X is an anion selected from the group consisting of SbF6, AsF6, PF6, BF4, anion derivatives of these fluorides wherein at least one fluorine atom is substituted by hydroxyl group, CF3SO3, ClO4, a halogen atom, R—COO and R—SO3 (wherein R is an alkyl group or a phenyl group, which may be substituted by an alkyl group, a halogen atom, a cyano group or an alkoxy group).

Specific examples of pyrrolinium salt represented by the above general formula are N-(4-octadecyloxybenzyl)-N-methylpyrrolinium hexafluoroantimonate, N-benzyl-N-4-octadecyloxyphenylpyrrolinium hexafluoroantimonate, N-(4-octadecyloxybenzyl)-N-methylpyrrolinium hexafluorophosphate, etc.

The mixing ratio of these pyrrolinium salts is generally in the range of 0.01 to 20% by weight, preferably 0.1 to 5% by weight based on the epoxy resin in the composition. If this mixing ratio is less than 0.01% by weight, it may become difficult to allow the curing of the composition to sufficiently proceed. On the other hand, when the content of the these pyrrolinium salts exceeds over 20% by weight, it may lead to an increase in cost and to a problem of decomposed products of the catalytic component.

Examples of organosilicon compounds represented by the aforementioned general group (I-4) are tris(p-hexadecyloxyphenyl) silanol, tris(p-octadecyloxyphenyl) silanol, tris(p-dococyloxyphenyl) silanol, tris(m-hexadecyloxyphenyl) silanol, tris(m-octadecyloxyphenyl) silanol, tris(m-dococyloxyphenyl) silanol, bis(p-hexadecyloxyphenyl) silanediol, bis(p-octadecyloxyphenyl) silanediol, bis(p-dococyloxyphenyl) silanediol, bis(m-hexadecyloxyphenyl) silanediol, bis(m-octadecyloxyphenyl) silanediol, bis(m-dococyloxyphenyl) silanediol, bigs(p-hexadecyloxyphenyl) methylsilanol, bigs(p-hexadecyloxyphenyl) ethylsilanol, bigs(p-hexadecyloxyphenyl) propylsilanol, bis(m-hexadecyloxyphenyl) methylsilanol, big(m-hexadecyloxyphenyl) ethylsilanol, bis(m-hexadecyloxyphenyl) propylsilanol, tris(6-hexadecyloxynaphthyl) silanol, tris (6-octadecyloxynaphthyl) silanol, tris (6-dococyloxynaphthyl) silanol, bis(6-hexadecyloxynaphthyl) silanediol, bis(6-octadecyloxynaphthyl) silanediol, and bis(6-dococyloxynaphthyl) silanediol.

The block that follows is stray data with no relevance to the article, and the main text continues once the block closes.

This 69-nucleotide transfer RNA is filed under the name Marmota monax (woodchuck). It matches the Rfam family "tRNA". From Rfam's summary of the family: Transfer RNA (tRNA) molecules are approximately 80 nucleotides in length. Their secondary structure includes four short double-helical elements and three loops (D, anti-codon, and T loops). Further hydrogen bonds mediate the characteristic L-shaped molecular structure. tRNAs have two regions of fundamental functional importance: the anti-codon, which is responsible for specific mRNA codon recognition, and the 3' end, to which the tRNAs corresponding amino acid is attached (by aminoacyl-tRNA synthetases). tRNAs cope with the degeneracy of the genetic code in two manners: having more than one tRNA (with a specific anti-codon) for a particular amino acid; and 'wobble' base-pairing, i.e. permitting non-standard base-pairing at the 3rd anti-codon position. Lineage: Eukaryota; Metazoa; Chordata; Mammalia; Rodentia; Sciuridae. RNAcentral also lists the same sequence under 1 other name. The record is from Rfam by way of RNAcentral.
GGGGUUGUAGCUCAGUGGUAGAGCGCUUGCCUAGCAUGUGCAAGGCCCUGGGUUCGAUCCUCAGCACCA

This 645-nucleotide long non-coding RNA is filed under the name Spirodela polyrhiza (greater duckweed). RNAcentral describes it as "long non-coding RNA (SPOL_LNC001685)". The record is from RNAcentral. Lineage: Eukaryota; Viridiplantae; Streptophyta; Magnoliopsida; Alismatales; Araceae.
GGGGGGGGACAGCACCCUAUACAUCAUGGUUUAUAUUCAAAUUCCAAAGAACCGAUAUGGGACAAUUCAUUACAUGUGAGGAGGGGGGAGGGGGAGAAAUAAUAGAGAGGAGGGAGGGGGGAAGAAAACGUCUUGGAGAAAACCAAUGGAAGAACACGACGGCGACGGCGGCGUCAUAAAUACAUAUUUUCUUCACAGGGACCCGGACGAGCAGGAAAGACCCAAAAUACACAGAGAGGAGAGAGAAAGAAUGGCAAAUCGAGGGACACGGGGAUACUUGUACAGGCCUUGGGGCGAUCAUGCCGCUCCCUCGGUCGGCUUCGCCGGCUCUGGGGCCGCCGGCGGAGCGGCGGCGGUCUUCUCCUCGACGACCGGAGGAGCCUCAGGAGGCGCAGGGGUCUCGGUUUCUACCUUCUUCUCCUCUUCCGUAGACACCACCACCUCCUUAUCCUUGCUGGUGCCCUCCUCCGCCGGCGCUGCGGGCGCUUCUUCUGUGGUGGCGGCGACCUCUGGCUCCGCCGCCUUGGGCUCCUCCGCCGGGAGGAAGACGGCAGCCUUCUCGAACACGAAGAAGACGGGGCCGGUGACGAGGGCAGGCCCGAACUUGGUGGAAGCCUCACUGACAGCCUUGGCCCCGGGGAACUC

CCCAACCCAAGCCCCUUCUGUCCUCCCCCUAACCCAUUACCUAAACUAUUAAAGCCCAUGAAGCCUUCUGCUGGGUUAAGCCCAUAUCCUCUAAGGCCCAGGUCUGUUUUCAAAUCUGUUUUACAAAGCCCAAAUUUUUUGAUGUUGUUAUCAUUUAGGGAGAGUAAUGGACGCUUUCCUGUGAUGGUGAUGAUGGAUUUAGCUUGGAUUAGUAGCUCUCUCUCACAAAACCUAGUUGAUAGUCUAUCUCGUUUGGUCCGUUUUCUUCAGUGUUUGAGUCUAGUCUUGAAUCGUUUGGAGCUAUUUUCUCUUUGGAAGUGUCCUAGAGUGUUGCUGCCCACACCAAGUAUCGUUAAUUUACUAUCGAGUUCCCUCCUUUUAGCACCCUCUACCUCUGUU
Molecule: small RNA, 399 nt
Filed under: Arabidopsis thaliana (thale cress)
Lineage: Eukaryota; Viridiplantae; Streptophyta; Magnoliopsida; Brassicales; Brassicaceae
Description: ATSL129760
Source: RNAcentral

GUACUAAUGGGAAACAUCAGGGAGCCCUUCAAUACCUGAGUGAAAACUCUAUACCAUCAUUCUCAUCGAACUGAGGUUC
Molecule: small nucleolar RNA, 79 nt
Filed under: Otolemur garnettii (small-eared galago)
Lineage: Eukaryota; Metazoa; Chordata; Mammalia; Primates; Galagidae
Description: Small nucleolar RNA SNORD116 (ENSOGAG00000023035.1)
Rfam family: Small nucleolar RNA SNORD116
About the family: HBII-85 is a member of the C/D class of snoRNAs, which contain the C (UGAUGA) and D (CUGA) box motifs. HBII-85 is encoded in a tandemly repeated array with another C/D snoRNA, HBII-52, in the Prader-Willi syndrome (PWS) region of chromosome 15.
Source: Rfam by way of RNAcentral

The organosilicon compounds represented by the aforementioned general group (I-4) may be substituted by a hydrolyzable group in place of hydroxyl group. Alternatively, the organosilicon compounds represented by the aforementioned general group (I-4) may include a substituent group which is capable of generating silanol as it is irradiated with light. Any of these organosilicon compounds can be employed as a component of the first curing catalyst of this invention.

The “hydrolyzable group” to be employed in this case is a residual group which can be directly bonded to silicon atom and can be hydrolyzed at a predetermined temperature or more in the presence of water thereby producing a silanolic hydroxyl group represented by the following chemical formula.

≡Si—OH

Examples of hydrolyzable group are alkoxyl group having 1 to 5 carbon atoms; aryloxy group such as phenoxy group, tolyloxy group, paramethoxyphenoxy group, paranitrophenoxy group, benzyloxy group and parachlorophenoxy group; acyloxy group such as acetoxy group, propionyloxy group, butanoyloxy group, benzoyloxy group, phenylacetoxy group and formyloxy group; alkenyloxy group having 2 to 12 carbon atoms such as vinyloxy group and allyloxy group; aralkyloxy group such as benzyloxy group and phenethyloxy group; and a group represented by the following general formula: